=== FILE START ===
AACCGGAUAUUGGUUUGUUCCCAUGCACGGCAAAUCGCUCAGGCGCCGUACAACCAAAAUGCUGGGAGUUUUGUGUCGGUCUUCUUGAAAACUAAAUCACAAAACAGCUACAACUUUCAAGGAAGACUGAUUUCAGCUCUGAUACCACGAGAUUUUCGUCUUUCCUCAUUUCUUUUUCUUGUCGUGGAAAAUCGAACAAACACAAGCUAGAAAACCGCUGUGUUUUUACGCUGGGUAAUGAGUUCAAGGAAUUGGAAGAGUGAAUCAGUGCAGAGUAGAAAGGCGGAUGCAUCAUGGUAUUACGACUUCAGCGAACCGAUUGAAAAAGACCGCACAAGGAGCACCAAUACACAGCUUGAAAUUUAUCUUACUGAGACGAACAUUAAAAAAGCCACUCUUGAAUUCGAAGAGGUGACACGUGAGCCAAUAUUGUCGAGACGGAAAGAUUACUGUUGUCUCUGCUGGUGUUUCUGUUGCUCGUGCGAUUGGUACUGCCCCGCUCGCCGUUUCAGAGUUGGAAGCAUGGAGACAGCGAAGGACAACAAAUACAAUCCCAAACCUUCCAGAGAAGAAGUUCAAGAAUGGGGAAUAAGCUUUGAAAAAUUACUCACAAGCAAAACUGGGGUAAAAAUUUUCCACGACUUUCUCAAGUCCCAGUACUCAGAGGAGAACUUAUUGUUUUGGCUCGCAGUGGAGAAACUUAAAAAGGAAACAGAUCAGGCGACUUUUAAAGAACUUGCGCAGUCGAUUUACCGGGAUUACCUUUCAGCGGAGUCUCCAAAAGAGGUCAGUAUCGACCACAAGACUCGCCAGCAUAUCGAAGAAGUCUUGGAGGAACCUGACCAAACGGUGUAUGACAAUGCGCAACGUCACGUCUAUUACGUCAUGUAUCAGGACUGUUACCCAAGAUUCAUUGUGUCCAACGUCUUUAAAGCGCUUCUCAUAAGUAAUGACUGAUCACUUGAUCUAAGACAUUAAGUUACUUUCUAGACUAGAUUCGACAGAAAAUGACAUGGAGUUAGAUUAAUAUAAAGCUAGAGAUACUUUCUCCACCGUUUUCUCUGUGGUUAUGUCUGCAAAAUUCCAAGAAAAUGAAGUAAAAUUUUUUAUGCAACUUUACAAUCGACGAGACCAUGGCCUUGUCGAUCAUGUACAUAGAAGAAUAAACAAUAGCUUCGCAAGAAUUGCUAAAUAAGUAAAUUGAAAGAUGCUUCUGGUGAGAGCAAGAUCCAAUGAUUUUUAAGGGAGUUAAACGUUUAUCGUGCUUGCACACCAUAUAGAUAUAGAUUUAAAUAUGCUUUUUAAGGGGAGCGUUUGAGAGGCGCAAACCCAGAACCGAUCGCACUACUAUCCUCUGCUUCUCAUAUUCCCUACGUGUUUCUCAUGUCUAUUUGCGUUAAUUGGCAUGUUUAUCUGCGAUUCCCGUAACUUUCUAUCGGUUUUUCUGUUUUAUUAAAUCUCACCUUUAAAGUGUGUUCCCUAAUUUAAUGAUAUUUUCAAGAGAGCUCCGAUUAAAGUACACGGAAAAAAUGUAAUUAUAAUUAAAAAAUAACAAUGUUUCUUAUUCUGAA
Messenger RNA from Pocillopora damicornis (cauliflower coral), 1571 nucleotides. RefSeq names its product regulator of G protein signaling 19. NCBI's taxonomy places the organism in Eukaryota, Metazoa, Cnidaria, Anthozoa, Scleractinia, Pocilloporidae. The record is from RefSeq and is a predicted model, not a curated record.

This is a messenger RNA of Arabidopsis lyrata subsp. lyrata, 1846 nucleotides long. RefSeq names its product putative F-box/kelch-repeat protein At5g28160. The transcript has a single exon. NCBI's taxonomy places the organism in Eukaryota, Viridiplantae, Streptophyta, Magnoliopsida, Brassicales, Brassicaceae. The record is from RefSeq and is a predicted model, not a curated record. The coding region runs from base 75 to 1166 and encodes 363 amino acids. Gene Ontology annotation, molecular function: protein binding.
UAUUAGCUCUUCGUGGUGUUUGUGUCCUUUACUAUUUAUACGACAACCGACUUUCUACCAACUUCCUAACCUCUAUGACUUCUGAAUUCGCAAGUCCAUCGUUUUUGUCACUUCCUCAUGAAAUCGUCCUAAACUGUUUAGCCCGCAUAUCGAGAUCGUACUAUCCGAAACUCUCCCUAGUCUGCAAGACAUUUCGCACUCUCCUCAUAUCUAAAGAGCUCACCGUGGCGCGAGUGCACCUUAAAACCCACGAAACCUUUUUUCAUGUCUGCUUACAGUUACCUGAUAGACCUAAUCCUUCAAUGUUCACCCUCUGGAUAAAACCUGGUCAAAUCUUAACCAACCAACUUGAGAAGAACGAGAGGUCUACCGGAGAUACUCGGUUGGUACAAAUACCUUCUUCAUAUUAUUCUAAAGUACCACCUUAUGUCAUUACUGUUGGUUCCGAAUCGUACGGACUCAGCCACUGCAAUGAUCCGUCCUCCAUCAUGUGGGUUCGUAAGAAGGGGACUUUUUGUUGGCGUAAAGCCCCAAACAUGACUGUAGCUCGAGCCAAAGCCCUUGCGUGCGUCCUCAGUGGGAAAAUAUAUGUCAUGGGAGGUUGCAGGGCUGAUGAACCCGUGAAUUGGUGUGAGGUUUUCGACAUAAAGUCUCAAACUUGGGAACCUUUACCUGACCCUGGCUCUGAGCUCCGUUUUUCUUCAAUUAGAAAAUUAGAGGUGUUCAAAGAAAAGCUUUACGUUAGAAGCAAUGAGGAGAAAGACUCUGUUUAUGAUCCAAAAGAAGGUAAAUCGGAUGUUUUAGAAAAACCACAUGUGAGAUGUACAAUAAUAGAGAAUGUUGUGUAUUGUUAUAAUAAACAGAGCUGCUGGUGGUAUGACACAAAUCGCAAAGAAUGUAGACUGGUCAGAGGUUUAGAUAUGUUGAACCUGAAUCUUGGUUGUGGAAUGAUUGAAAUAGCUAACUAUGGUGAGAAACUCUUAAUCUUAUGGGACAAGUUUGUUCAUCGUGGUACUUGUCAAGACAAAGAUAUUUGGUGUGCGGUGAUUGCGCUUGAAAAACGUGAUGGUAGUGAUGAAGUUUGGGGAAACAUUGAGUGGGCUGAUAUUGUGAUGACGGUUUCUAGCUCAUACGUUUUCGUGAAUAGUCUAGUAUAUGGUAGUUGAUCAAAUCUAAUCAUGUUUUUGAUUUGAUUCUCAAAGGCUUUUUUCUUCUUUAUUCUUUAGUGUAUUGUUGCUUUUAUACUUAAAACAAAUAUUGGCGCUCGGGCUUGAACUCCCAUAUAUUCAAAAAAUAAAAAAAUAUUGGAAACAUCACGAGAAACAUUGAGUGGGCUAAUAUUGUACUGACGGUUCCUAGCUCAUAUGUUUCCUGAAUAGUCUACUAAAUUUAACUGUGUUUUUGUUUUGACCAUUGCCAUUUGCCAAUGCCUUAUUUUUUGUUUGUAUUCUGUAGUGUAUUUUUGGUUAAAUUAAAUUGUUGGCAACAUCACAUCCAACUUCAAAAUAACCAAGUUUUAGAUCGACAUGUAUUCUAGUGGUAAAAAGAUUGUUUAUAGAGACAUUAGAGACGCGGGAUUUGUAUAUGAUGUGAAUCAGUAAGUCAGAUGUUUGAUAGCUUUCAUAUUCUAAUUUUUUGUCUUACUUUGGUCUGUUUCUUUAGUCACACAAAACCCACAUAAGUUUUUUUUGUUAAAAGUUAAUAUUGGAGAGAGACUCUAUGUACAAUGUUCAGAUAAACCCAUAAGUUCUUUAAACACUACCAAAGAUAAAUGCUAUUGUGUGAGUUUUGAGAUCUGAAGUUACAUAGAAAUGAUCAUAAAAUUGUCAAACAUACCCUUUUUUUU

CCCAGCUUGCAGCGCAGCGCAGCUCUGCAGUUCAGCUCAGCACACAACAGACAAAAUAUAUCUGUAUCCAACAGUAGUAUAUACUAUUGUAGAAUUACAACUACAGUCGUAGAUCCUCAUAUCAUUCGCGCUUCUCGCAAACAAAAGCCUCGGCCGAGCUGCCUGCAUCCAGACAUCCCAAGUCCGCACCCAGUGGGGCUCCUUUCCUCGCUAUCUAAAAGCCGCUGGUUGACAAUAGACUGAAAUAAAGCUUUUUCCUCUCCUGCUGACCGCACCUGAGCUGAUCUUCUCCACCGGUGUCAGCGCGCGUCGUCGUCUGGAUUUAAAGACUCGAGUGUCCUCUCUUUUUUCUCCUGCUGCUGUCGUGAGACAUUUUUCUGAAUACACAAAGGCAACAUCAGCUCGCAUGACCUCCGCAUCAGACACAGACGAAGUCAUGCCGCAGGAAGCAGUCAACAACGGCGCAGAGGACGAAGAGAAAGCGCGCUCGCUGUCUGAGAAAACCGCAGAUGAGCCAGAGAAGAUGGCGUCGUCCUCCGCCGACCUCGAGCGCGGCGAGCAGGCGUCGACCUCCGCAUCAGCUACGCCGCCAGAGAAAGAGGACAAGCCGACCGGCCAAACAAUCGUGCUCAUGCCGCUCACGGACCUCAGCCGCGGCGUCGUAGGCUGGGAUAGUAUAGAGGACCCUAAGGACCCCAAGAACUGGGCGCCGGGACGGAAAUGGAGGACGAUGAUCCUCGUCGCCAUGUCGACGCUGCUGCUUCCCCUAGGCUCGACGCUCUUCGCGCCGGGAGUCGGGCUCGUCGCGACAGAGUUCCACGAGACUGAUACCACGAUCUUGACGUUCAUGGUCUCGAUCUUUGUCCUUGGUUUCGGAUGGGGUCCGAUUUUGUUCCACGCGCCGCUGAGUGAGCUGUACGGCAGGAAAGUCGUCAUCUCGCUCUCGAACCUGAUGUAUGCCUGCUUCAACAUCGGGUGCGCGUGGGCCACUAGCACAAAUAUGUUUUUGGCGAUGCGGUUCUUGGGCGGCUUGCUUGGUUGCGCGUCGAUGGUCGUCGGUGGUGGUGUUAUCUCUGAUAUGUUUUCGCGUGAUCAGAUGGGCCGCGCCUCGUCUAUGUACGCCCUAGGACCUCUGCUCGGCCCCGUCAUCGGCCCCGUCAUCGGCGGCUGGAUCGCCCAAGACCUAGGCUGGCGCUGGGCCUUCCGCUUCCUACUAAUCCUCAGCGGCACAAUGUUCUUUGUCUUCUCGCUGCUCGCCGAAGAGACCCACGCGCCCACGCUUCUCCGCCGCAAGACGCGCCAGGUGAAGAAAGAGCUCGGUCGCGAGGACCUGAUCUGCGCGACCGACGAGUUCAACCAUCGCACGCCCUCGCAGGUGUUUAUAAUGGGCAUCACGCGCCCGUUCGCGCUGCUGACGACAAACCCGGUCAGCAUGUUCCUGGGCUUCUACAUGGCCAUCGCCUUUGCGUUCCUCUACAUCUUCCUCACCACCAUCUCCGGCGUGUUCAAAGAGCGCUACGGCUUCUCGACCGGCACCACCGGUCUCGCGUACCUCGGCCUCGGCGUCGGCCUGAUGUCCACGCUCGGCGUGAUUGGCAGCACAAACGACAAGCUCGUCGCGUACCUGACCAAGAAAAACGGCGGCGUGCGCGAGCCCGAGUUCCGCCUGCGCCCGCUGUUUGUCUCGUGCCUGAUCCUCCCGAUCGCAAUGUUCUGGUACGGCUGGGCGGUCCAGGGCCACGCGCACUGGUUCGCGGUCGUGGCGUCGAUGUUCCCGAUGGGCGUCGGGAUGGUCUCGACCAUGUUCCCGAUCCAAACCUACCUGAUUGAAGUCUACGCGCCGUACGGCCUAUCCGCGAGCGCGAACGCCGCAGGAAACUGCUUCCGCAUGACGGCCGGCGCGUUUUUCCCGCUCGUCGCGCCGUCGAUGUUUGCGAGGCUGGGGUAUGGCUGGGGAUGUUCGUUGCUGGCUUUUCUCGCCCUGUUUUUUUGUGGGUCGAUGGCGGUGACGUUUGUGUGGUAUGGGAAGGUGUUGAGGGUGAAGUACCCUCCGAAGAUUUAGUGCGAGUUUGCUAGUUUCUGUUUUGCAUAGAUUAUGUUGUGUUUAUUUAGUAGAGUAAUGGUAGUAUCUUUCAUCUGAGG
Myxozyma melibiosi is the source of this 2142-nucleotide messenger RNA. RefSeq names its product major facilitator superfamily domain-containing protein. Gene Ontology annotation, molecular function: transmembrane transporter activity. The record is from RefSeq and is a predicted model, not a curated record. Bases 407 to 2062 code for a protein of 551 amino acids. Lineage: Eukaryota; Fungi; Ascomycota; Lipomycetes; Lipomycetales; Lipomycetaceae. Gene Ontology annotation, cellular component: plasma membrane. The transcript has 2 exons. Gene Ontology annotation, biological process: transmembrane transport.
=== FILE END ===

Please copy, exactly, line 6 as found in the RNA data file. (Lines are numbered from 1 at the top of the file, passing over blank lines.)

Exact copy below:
Myxozyma melibiosi is the source of this 2142-nucleotide messenger RNA. RefSeq names its product major facilitator superfamily domain-containing protein. Gene Ontology annotation, molecular function: transmembrane transporter activity. The record is from RefSeq and is a predicted model, not a curated record. Bases 407 to 2062 code for a protein of 551 amino acids. Lineage: Eukaryota; Fungi; Ascomycota; Lipomycetes; Lipomycetales; Lipomycetaceae. Gene Ontology annotation, cellular component: plasma membrane. The transcript has 2 exons. Gene Ontology annotation, biological process: transmembrane transport.